WASHINGTON – US military troops have left Bagram Airfield and turned the base over to Afghan security forces, ending the US combat role after nearly 20 years of war.
Pentagon press secretary John Kirby confirmed the transfer on Friday and said US troops remaining in Afghanistan would focus on protecting US diplomats, securing Kabul international airport, advising Afghan forces and support for counterterrorism efforts.
At the White House, spokeswoman Jen Psaki said the full U.S. withdrawal would not be complete until the end of August, although a senior U.S. official said it would be largely completed by the end of August. The 4th of July. No less than 650 American soldiers will remain in Afghanistan indefinitely. to protect the American embassy in Kabul.
The US departure from Bagram – who served as the hub for the US-led war against al-Qaida and the Taliban for nearly two decades – comes even as some US officials warn that a reborn Taliban could soon overthrow the Afghan government.
Most European troops have withdrawn from Afghanistan in recent days, quietly withdrawing months before the official end of the US-led mission – amid a near failure of the threatening ‘eternal war’. to leave the country on the brink of civil war.
NATO agreed to withdraw some 7,000 forces from Afghanistan in April, after President Joe Biden announced his decision withdraw all US troops from the country by September 11 – the 20th anniversary of the terrorist attacks that sparked America’s longest war.
Biden’s national security advisers stressed that the United States will continue to support Afghanistan with humanitarian and economic assistance.
“We will stay with you,” Biden said in a June 25 meeting with Afghan President Ashraf Ghani and other officials. Ghani said Biden’s decision to step down would mark a “new chapter” in US relations with Afghanistan.
But the security situation in Afghanistan has grown increasingly dire, as Taliban fighters rout Afghan forces in districts across the country. The commander of the US-led mission in Afghanistan, General Austin Miller, recently offered a stern public assessment of the future of Afghanistan.
“Civil war is certainly a path that can be visualized if it continues on the course it is on,” Miller told reporters at a June 29 press conference in Afghanistan. “It should be of concern to the world.”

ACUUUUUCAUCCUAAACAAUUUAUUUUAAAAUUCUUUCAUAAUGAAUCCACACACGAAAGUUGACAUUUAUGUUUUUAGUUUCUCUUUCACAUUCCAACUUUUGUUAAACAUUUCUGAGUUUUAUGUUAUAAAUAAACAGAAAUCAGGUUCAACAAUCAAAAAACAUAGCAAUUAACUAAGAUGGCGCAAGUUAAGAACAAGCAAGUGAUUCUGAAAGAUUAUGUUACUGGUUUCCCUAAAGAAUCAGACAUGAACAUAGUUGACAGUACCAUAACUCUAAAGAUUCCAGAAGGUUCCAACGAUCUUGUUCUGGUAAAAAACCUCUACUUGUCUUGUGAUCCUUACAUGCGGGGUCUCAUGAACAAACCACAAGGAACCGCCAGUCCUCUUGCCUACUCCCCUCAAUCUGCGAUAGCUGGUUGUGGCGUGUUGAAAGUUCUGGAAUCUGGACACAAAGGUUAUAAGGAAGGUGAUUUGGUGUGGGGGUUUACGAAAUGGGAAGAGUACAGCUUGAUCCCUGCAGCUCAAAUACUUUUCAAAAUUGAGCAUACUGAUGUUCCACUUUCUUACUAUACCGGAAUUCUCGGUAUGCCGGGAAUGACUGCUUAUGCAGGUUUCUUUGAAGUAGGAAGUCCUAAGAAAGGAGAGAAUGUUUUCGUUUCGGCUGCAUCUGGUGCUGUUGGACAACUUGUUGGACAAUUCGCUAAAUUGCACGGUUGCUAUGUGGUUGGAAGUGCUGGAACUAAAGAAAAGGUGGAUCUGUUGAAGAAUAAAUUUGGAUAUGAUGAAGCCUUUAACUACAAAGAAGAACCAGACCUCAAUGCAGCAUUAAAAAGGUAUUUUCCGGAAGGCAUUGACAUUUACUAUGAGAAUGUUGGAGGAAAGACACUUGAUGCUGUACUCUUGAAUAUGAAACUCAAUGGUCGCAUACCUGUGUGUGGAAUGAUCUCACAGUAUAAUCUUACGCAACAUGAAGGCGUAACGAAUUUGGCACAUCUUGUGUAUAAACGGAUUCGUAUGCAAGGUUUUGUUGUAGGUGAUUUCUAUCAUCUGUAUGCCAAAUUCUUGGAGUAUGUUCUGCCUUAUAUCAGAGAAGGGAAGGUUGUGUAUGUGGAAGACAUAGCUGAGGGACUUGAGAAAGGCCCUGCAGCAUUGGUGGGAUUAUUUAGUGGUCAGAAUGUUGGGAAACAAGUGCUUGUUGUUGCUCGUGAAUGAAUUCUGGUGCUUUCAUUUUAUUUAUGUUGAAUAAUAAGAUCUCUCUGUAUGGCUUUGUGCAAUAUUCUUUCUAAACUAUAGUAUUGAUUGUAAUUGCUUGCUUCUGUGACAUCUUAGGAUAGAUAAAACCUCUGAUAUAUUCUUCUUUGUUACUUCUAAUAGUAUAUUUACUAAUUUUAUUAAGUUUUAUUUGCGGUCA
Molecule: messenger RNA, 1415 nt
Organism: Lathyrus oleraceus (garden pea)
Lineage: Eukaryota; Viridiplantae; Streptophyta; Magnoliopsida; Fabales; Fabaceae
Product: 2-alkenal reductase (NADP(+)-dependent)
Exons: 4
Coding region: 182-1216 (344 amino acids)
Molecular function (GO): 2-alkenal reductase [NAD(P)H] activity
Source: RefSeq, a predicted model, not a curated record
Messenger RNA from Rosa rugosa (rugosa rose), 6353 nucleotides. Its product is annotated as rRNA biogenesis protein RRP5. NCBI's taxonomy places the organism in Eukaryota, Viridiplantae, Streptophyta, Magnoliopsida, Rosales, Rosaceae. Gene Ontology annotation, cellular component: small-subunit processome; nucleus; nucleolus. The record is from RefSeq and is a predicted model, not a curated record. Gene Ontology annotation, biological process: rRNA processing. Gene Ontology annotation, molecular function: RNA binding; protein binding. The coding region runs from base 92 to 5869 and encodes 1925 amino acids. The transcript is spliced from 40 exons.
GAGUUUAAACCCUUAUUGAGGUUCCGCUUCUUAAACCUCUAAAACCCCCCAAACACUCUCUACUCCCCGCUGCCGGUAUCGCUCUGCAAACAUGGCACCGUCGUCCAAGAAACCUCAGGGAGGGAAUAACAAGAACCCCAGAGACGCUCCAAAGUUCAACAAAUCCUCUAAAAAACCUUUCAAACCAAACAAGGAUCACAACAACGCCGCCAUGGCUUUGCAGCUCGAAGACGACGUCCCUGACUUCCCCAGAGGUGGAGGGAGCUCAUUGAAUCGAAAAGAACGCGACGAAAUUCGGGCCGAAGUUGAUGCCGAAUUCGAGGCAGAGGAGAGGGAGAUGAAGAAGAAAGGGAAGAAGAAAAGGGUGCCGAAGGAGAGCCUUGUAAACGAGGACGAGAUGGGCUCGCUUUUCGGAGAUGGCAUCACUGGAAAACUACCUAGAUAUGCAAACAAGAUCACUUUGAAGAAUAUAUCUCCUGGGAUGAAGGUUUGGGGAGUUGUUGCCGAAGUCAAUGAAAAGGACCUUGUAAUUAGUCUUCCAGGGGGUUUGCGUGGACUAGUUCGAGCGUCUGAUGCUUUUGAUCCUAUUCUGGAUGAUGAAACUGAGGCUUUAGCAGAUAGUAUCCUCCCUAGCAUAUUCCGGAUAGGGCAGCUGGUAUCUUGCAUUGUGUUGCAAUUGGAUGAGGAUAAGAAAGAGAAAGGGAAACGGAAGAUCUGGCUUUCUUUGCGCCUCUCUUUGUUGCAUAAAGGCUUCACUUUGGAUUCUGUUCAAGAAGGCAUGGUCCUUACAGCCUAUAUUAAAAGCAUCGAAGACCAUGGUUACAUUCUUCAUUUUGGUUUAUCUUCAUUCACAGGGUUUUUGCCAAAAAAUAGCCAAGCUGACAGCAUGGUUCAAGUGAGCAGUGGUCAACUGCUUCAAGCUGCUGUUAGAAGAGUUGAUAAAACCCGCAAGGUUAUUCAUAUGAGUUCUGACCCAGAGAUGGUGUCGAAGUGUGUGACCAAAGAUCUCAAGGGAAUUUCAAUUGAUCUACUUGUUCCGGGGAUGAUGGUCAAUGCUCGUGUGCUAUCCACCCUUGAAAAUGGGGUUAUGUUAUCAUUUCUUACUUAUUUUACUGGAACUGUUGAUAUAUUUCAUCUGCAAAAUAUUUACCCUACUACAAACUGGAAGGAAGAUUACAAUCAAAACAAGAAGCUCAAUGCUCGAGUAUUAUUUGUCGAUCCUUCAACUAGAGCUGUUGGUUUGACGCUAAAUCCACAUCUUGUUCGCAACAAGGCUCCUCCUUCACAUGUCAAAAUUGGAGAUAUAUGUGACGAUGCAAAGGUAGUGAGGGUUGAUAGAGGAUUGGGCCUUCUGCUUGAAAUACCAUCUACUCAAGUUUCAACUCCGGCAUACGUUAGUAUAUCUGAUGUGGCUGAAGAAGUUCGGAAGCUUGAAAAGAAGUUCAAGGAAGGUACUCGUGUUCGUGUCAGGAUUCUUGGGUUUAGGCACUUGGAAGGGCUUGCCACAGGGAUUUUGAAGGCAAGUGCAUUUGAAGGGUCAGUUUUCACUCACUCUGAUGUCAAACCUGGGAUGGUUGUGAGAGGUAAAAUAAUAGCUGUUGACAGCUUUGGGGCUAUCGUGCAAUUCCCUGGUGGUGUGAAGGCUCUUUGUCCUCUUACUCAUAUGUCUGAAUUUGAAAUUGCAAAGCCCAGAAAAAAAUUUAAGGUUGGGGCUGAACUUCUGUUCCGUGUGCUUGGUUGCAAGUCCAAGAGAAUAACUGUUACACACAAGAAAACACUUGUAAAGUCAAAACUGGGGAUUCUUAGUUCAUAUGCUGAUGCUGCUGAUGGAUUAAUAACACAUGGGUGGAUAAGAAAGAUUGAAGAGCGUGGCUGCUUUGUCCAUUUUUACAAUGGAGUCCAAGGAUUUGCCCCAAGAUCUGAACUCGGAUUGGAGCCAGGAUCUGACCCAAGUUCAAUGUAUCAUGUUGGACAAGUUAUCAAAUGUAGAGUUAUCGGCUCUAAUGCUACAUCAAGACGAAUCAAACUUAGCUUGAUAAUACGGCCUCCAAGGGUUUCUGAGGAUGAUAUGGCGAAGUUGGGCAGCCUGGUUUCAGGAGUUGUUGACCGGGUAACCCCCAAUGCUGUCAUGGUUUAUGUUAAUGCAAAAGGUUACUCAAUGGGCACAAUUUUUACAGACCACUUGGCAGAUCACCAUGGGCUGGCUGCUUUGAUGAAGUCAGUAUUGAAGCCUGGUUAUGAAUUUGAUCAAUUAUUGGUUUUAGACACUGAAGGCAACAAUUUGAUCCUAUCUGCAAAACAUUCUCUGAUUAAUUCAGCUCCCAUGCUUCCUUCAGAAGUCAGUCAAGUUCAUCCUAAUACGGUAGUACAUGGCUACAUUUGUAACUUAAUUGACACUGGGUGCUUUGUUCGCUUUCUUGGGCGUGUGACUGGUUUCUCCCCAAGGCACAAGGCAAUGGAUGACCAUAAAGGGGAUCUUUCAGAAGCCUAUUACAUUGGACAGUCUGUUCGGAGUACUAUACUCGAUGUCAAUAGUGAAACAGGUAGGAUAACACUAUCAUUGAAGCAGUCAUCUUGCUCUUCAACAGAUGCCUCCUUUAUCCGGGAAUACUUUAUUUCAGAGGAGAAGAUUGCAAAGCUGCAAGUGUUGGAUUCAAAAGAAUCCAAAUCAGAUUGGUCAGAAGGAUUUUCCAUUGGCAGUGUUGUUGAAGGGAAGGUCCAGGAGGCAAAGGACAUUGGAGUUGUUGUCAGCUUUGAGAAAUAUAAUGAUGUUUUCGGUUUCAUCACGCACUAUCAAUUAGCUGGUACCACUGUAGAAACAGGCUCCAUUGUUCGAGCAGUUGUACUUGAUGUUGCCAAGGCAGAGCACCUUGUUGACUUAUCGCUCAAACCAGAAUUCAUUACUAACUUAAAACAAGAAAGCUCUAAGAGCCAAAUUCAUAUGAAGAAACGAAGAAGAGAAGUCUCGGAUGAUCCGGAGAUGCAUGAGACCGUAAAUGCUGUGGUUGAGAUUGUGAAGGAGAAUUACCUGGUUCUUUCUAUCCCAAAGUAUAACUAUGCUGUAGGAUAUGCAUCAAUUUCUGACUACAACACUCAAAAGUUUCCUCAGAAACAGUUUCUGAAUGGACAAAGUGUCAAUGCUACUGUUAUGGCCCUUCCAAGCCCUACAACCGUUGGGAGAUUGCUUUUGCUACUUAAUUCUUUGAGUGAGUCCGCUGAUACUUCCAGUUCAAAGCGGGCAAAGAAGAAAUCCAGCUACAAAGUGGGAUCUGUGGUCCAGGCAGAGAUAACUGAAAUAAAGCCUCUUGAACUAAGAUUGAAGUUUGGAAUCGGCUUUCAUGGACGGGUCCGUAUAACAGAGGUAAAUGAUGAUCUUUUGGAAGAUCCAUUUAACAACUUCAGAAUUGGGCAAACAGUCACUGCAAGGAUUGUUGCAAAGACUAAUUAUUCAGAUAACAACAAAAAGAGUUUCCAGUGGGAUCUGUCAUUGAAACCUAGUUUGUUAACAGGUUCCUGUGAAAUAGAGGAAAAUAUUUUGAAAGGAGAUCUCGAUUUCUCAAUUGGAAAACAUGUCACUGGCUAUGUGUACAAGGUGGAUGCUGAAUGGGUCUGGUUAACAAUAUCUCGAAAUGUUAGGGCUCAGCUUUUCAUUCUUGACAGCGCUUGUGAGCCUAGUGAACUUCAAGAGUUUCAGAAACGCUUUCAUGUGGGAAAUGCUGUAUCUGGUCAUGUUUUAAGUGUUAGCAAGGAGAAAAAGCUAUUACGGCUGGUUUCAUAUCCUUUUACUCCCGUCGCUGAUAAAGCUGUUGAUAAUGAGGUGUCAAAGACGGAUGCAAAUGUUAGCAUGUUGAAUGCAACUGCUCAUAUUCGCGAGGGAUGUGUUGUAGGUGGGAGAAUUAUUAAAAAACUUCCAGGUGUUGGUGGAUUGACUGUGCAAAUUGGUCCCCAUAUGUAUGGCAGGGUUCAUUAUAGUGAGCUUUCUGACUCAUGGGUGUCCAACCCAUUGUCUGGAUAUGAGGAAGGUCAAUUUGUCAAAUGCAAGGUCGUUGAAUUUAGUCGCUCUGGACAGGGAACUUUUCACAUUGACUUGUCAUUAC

Republicans in Congress echoed these concerns and warned that the US withdrawal could jeopardize hard-earned gains in the fight against al-Qaida.
In his remarks to reporters on Friday, Biden said he believed the Afghan government could hold its own and noted that the United States would continue to provide support to Afghan forces from American bases outside the country.
“We have developed a capability beyond the horizon,” the president said, although it is still unclear how the United States will execute this.
During the White House briefing on Friday, Psaki noted that the US withdrawal from Afghanistan was triggered by former President Donald Trump. As part of an agreement brokered by Trump’s advisers with the Taliban, the United States agreed to withdraw its forces from Afghanistan and the Taliban have vowed to sever ties with al-Qaida and end their attacks. against American forces.
Biden announced the September 11 deadline earlier this year, arguing that the United States had achieved its goal of routing al-Qaida and that it was “time for American troops to return home.”
At the height of the war, the military strength of the United States and NATO exceeded 150,000. costs more than $ 2 trillion, according to a Brown University analysis released in April. More than 2,400 US servicemen have been killed, along with dozens of Allied soldiers, aid workers, journalists and tens of thousands of civilians.
Psaki said last week that Biden’s decision to withdraw his troops from Afghanistan “is consistent with his views on the war over the past 20 years.” But she also noted that the Taliban had threatened to renew their attacks on American forces if the United States did not honor the Trump administration’s agreement.
“It was not something, as Commander-in-Chief, that he found acceptable,” she said.
Contribution: Tom Vanden Brook, Associated Press
This article originally appeared on USA TODAY: The US army leaves Bagram airfield, total withdrawal from Afghanistan near